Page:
Foreign firms largely excluded in Fukushima clean-up

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  • 19

    paulinusa

    As expected and just business as usual. It's not about doing the most effective job at the best cost savings. I won't list all the reasons why, that would take too long, but I'm sure those of you who live in Japan and/or know about Japanese business culture already have an idea of what I'm talking about.

  • 8

    Probie

    Japan is failing to keep a pledge to tap global expertise to decommission its crippled reactors, executives at nuclear contractors from the United States and Europe say.

    What? Did people actually expect them to keep that pledge?

  • 17

    tapi0ca

    Foreign firms simply sell their product without providing back-up services or maintenance. We can’t sign a contract with a company that we can’t get in touch with immediately and one that will rush to deal with any problems right away, the executive said.

    Uh... kind of like, er, TEPCO?

  • 11

    kurisupisu

    As in the past,Japan has shown itself to be stuck,to use a Freudian term-in the anal phase. In the 1995 Kobe earthquake foreign volunteer doctors were refused offers of expertise. Forward to 2011 in Fukushima where the Russians had a hospital ship uniquely able to anchor off remote coastal villages able to perform operations and help those with exposure and....rejected again? Massive amounts of money collected worldwide and in Japan and survivors are living in prefabs or sports centres. Dr Busby's initial start to aid Fukushima survivors with testing and low cost body cleansing medicines were met with death threats and had to be abandoned no less. The Japanese executive's surmisation that “Foreign firms simply sell their product without providing back-up services or maintenance. We can’t sign a contract with a company that we can’t get in touch with immediately and one that will rush to deal with any problems right away,” is with the advent of the phone and email and the number of foreign firms doing business in Japan is just another example of misguided Nihonjin ron. However, all the while it takes Japan to sort out this problem it can be seen that myriad meltdowns are still poisoning the world-cooling water as well as radioactive gases are escaping 24 hours a day and have been doing so since March 2011, The number of workers able to work at the plants is falling since there aren't enough people around with low exposure to continue this dangerous work. What will be the result of this prevarication and head in the sand mentality be? Well,studies on insects by researchers from Fukushima by researchers at Hokkaido university have found the same abnormalities as those seen in children born after the Chernobyl accident-gross bodily defects-bear in mind that the cleanup there took weeks and the concrete cover was made a priority. In Japan what remedial work can be done when nobody knows where the melted cores are located or even how to access and handle highly dangerous radioactive material?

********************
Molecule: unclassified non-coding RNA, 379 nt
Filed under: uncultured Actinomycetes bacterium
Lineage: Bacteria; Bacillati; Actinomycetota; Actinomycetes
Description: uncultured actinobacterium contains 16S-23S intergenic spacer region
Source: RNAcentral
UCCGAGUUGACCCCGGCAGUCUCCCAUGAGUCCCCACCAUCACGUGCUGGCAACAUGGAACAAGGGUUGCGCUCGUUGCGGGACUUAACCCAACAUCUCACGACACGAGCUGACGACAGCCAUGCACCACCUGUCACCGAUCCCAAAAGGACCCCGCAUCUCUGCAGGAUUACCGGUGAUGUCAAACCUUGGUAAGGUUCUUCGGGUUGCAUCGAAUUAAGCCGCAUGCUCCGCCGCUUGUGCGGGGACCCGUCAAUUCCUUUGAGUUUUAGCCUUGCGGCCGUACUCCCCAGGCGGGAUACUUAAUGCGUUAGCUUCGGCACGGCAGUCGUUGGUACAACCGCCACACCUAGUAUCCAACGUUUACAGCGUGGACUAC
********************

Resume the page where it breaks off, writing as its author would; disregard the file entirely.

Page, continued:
What is certain is that Japan needs all the help it can get-it is a pity that the powers in Japan don't realize this....

  • 4

    hereforever

    Give all LPD members a 10million a year pay cut and the money is there. And can still afford their lobster dinners, luxury homeS , carS and life and the actual hard working taxpayer can enjoy life a little better.

  • 12

    tkoind2

    Like everything else here, if you are not a Japanese company, good luck getting the job. Japan's closed minded business thinking is why even Myanmar is more attractive than Japan to global business. Is it any wonder they are failing their promise for this issue?

    Japan is sometimes as exclusive and backwards as it can possible be in a modern world. Too bad the people here continue to tolerate this kind of 19th century behavior.

  • 2

    whiskeysour

    Japan is failing to keep a pledge to tap global expertise to decommission its crippled reactors, executives at nuclear contractors from the United States and Europe say.

    Looks like they are sweeping something under the rug. Coverup maybe ? Maybe they (international contractors ) will find faulty work and construction. maybe the power plants are held up by glue and paper clips. lol

    Who knows ??? Maybe all of them have stress fractures and cracks..... Kind of normal in a earthquake prone enviroment.....

  • 2

    Elbuda Mexicano

    Japan has nobody to blame but itself, so if Fukushima etc..is screwed for a long time, JAPAN is 99.9999% to blame!

  • 5

    Pukey2

    Let them clean up their own mess then. But don't complain when foreigners have left the country and no tourists come when the next incident occurs.

  • 12

    ebisen

    R U kidding us? Fukushima is the perfect cash cow for hundreds of local suppliers, for the next century. All funded by the public. Why share this pie with foreign companies? Do you really believe the local companies have an interest into finishing the cleanup faster and more efficiently?

  • 3

    JeffLee

    Japan Inc. is clearly not qualified to participate in the global economy. And Europe and Canada want a "free trade" deal with Japan? LOL!! Good luck with that one.

    "We sell to you, but you don't sell to us, except maybe cut tulips, muesli and crude oil." That's Japanese people's idea of "free trade."

  • 5

    gogogo

    “There appears to be a desire to treat this as a science project and reinvent the wheel,” Jeffrey Merrifield, senior vice president of U.S. nuclear engineering firm Shaw Group Inc’s power division told Reuters.

    Welcome to Japan

  • 1

    gaijinfo

    "We sell to you, but you don't sell to us, except maybe cut tulips, muesli and crude oil." That's Japanese people's idea of "free trade."

    Japan's like a childish women who wants her partner to communicate his emotions. Only what she really means is only the emotions she wants to hear.

    • Moderator

      All readers back on topic please.

  • 6

    lostrune2

    They don't want foreigners to know what really goes on in their closed world.

  • 7

    GW